More travelers lead to more airport improvements. San Diego International Airport’s new International Arrivals Facility in Terminal 2 West increases capacity and expands processing areas.

The facility’s new destination required repurposing six existing aircraft gates into independent swing gates that can accommodate three wide body and three narrow body aircrafts. The relocation and expansion project included nearly 55,000 square feet of new construction and 75,000 square feet of remodeled space. Improvements also included adding a second baggage reclaim device and more queuing space to support Customs and Border Protection’s latest processing efficiencies. 

The International Arrival Facility’s vast scope and scale required a multi-phased permit approach and nearly 750,000 hours of labor. PCL worked on as many as 20 different project spaces each day to meet schedule deadlines while complying with security protocols and appearing invisible to airport guests. When airline relocations required the team to be airside, we maintained security protocols and did not disrupt airport operations.

San Diego County Regional Airport Authority (SDCRAA) is a leading curator of artwork that defines the environment of San Diego. Much like the airport’s Terminal 2 West Green Build, the International Arrivals Facility features an array of stunning artwork and sculptures to pique the public’s interest.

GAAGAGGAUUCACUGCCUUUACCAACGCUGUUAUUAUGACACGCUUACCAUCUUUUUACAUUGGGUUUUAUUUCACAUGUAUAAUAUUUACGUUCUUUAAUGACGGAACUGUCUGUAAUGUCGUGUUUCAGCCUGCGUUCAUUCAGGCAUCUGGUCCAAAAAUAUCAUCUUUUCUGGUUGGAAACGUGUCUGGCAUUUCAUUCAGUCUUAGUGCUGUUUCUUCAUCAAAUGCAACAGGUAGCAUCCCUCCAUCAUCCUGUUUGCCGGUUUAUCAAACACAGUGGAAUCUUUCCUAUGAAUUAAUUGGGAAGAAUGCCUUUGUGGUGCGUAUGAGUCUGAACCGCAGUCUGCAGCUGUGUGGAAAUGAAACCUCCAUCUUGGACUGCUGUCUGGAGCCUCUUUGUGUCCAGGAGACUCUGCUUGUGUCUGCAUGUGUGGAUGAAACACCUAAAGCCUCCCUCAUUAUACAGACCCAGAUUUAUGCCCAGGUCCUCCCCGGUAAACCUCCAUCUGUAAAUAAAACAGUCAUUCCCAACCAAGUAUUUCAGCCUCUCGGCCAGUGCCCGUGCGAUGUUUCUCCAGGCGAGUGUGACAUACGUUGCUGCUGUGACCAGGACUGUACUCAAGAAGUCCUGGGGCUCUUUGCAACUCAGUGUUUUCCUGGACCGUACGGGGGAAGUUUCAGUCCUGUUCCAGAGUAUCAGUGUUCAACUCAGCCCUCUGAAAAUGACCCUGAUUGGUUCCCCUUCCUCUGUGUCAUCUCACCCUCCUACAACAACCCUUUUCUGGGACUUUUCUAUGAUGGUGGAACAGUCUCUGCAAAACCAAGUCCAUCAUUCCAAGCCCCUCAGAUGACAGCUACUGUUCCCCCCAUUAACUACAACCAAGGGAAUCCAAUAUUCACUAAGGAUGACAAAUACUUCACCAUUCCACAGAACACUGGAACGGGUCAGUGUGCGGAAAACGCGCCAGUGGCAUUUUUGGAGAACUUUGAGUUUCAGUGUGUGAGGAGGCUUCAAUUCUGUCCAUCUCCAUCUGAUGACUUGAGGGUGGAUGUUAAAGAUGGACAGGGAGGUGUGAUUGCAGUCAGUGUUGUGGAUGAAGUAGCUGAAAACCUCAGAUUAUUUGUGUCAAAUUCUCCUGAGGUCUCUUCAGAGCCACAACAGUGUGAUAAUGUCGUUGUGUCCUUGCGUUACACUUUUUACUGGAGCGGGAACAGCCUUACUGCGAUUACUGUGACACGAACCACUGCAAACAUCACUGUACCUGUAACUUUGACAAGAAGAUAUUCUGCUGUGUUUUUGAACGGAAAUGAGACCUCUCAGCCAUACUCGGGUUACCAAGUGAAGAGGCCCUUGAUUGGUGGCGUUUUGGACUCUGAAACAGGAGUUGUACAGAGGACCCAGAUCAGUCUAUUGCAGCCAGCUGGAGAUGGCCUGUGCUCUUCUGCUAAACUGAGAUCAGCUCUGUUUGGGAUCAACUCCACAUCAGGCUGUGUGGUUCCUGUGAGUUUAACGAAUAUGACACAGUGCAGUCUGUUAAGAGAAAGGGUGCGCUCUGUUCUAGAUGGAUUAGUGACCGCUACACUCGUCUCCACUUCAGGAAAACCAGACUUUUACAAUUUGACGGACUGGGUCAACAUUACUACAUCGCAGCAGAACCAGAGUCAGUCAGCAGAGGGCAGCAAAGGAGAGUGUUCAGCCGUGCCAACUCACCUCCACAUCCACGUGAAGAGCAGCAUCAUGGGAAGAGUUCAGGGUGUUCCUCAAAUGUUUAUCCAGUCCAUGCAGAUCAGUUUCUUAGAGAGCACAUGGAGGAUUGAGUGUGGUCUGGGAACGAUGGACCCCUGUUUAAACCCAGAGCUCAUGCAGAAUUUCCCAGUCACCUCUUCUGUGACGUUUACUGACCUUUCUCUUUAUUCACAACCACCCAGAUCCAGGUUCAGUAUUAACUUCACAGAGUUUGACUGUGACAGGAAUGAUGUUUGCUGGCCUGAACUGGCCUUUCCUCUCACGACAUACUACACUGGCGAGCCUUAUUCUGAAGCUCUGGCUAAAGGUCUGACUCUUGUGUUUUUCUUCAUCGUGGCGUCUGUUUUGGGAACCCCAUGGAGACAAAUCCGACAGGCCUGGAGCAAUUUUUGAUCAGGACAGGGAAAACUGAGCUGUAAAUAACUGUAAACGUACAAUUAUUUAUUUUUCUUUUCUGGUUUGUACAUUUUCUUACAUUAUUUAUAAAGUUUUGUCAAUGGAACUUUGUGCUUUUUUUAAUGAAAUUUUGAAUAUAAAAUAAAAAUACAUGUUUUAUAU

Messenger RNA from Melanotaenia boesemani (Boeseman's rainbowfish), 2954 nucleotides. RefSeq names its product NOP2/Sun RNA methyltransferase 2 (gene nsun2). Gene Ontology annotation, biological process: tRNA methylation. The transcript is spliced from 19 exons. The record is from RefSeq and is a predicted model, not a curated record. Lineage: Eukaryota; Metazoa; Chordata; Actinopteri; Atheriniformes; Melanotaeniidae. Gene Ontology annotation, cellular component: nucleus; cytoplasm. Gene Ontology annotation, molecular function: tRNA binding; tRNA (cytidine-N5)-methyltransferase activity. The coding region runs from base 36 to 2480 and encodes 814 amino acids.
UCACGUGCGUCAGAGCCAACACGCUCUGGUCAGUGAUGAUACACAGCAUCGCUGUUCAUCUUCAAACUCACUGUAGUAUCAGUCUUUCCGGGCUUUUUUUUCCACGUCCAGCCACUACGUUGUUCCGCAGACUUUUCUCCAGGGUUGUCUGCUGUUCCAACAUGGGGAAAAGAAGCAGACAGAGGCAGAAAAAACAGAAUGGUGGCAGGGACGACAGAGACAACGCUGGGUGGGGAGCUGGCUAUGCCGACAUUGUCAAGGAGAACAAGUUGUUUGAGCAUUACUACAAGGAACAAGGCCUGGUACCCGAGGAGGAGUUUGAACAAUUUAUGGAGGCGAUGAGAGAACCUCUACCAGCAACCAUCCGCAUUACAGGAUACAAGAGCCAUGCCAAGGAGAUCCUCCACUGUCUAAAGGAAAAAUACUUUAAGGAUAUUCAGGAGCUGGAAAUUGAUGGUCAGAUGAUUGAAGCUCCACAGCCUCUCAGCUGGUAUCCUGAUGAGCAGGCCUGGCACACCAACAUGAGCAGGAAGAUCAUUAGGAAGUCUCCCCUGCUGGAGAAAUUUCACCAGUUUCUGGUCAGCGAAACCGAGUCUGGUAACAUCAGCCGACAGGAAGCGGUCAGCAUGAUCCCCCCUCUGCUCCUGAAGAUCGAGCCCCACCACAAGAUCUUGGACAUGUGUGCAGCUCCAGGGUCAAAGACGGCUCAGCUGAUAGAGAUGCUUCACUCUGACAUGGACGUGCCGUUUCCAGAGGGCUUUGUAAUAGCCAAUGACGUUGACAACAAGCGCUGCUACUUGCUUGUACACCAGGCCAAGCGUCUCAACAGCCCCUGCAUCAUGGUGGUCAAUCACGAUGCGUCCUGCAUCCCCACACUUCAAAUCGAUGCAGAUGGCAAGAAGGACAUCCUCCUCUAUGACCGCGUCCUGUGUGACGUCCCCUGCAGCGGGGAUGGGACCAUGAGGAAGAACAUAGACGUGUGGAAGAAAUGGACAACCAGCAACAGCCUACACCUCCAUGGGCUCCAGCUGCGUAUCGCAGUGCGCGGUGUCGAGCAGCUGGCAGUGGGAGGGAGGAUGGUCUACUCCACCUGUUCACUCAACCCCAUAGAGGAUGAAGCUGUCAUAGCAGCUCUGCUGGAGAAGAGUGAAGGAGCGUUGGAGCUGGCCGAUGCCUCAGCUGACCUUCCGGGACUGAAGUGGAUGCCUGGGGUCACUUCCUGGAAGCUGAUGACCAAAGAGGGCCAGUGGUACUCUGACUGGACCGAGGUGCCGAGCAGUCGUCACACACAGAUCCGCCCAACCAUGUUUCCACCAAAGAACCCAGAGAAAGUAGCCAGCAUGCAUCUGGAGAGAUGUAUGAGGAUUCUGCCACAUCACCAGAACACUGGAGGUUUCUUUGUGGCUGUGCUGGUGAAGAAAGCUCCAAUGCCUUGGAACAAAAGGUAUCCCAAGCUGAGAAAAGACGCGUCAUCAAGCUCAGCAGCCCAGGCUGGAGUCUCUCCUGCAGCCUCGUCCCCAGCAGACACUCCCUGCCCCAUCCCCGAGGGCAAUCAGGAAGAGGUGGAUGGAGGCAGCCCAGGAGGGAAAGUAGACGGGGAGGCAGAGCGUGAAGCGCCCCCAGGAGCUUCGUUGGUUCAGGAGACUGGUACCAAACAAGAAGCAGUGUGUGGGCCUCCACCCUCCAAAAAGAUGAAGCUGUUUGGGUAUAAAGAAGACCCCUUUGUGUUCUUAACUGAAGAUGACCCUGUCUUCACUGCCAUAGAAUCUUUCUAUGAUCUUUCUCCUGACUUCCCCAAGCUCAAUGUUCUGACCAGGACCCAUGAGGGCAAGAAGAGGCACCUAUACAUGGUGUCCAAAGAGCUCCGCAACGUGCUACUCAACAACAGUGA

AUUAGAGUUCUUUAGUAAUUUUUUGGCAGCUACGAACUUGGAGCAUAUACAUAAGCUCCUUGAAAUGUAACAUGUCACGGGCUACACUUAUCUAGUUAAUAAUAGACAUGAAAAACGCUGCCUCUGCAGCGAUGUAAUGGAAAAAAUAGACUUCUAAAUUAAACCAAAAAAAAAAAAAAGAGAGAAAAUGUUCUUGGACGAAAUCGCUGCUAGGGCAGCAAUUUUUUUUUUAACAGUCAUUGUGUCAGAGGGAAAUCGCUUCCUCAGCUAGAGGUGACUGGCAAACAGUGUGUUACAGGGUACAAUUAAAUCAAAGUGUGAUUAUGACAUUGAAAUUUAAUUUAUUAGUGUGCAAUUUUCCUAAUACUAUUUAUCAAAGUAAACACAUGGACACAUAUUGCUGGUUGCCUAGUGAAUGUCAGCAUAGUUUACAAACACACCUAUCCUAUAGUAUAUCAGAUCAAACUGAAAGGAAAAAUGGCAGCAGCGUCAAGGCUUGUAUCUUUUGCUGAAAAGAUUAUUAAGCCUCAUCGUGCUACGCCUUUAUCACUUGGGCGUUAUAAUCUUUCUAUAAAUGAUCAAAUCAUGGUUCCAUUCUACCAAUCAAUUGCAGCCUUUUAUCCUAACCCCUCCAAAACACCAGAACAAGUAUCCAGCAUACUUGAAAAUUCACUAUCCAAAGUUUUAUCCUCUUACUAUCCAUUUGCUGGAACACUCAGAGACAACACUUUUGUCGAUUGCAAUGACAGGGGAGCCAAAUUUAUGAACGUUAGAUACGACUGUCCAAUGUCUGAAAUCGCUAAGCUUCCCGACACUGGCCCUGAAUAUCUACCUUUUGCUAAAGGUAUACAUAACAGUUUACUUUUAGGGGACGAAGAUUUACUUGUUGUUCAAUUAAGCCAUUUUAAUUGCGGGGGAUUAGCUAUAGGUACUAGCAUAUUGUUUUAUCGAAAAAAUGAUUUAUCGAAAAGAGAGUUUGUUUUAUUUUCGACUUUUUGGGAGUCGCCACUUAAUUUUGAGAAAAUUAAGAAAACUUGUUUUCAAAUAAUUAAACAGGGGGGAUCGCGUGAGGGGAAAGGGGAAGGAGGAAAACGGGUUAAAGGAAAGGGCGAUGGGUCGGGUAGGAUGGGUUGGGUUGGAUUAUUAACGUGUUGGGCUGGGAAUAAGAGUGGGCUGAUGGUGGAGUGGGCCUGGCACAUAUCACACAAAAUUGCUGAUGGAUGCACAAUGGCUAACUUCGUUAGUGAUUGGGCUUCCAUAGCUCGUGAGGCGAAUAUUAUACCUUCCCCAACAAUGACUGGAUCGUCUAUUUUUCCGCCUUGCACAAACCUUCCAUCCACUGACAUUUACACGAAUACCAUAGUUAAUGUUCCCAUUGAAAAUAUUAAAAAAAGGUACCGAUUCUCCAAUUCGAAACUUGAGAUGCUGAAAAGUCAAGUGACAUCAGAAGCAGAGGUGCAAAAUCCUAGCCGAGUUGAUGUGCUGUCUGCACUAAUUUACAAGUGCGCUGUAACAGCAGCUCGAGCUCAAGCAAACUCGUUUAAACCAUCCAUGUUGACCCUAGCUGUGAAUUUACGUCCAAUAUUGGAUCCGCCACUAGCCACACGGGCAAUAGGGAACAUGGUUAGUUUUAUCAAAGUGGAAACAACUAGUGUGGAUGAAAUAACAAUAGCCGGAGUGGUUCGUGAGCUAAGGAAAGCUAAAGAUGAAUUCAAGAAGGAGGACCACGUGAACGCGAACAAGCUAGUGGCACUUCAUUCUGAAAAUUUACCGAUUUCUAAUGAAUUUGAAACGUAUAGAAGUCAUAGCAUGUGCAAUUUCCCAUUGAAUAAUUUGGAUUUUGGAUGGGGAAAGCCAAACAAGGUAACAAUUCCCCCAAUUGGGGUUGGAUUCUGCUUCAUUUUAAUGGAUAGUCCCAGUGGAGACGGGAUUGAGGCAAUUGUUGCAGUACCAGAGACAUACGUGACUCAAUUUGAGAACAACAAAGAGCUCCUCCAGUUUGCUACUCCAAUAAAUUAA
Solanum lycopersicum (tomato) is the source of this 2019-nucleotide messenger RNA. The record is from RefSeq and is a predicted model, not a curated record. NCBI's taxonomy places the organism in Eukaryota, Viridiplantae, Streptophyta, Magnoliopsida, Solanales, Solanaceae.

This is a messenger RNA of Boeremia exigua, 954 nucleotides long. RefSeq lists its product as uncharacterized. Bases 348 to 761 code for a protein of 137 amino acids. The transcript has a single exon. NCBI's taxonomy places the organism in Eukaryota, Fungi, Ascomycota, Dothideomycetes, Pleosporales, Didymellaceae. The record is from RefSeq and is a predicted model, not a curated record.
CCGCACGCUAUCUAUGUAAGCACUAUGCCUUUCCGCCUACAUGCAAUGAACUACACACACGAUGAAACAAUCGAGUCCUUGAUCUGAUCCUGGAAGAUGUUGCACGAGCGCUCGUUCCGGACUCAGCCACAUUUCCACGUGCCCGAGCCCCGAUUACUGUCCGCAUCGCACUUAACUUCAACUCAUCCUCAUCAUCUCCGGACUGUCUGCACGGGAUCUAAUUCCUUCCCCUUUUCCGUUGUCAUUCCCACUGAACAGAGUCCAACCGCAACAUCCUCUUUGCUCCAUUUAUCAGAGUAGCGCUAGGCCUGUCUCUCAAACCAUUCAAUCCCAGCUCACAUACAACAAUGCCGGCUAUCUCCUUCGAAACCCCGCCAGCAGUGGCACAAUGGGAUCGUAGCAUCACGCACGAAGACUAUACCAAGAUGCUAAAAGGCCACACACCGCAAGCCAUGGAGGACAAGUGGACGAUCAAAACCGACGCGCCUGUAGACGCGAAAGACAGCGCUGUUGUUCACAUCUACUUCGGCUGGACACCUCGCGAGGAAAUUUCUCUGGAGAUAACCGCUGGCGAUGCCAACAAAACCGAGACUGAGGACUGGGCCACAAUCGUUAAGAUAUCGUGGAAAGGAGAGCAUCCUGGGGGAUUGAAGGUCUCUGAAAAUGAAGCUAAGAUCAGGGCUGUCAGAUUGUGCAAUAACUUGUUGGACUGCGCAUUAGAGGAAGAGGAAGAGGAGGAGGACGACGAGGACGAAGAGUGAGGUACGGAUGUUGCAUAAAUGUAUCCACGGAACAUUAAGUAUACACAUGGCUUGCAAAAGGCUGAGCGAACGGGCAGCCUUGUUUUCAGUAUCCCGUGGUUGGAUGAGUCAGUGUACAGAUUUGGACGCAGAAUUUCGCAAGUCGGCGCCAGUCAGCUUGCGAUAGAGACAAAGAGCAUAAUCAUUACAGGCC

Along with meeting the wide span of work on a strict deadline, we found innovative value engineering solutions to reduce project costs and accelerate the schedule. The original structural frame called for 40 pounds of steel per square foot. The team recommended using Customs and Border Protection blast protection requirements instead of TSA requirements, which removed the need for a costly Vierendeel Truss system and dropped the steel quantity to 24 pounds per square foot. 

It is typical for steel mills to fabricate similar steel shapes and sizes in cycles to maximize efficiency. PCL reviewed the steel sizes that local mills were producing at the time and incorporated these into the design of the steel frame. Doing so accelerated the schedule and allowed us to begin the structural steel procurement one month early. 

Though many other contractors said a project of this magnitude and schedule could not be completed on time, construction remained on schedule and generated $103 million in contracts to local business and subcontractors.

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